Its entirely likely, indeed desirable, that you will turn this feature on when you install Jetpack and then never think about it again. But if, for whatever reason, your site or your client’s site does go down you will be thanking your lucky stars this feature is enabled.

Try Jetpack for yourself by connecting it to your site or by downloading the plugin files directly if you prefer that route. Oh, and do let us know in the comments if you have any questions or suggestions.

Posted in Features | Tagged , , , | 14 Comments

How to improve your User Experience using Jetpack

Jetpack has a ton of features (more than 30) that help you improve your WordPress site or blog in many ways – both for yourself as administrator as well as for your readers. Today I’m going to focus on eight Jetpack features that you can use to improve the User Experience of your site so that visitors find it easier to navigate and stick around longer.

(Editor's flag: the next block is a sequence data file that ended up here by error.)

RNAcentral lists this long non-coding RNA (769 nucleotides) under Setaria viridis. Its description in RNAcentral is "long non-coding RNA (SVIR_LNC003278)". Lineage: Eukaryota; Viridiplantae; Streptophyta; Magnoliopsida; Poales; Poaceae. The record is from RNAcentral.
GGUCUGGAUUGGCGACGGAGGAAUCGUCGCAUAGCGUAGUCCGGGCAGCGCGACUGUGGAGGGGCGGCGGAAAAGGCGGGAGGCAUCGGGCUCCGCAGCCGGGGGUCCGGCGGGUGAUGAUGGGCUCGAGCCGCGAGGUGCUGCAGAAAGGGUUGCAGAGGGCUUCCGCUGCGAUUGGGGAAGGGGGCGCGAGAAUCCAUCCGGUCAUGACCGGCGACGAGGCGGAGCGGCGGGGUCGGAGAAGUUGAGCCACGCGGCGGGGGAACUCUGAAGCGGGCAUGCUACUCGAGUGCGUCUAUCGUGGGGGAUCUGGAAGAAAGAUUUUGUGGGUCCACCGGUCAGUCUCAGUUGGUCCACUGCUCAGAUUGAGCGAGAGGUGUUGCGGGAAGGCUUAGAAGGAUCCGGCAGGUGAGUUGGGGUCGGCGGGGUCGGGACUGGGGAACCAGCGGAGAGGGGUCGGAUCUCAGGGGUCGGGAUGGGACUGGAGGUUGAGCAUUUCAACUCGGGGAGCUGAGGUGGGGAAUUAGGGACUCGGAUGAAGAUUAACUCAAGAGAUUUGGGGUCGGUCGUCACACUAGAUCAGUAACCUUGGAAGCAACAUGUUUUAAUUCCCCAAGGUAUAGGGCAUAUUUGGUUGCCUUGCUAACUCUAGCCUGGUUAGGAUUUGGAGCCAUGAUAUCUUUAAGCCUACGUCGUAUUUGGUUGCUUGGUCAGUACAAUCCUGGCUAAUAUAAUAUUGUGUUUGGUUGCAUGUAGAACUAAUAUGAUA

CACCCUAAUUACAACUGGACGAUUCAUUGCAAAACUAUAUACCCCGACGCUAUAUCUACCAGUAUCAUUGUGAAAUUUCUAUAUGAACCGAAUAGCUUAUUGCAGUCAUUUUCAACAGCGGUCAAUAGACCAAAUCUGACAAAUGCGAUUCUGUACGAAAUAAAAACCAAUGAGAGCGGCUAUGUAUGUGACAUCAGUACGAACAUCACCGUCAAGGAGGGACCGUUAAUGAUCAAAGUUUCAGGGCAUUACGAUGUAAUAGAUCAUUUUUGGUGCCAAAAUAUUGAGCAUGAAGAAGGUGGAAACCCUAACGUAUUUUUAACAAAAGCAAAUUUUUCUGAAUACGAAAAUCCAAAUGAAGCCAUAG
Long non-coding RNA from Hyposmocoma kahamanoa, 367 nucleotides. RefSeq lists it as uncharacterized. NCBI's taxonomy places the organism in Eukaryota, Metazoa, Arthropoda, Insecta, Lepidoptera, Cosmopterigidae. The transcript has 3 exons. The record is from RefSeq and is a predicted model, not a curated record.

Performance and Stability

It can seem like a no-brainer but the absolute worst user experience when visiting a site is when the site doesn’t work at all or takes a long time to load. Jetpack comes with two must-have features that stop this from happening:

  1. Photon
    Turning on Photon means that all your images get automatically served to users from the WordPress.com content delivery network (CDN) which means faster images for your readers (and less load on your host). To turn it on all you have to do is go to the Jetpack page in your blog dashboard and click the Activate button for Photon. And if you’re a developer, you can also speed up your theme with Photon.

  2. Monitor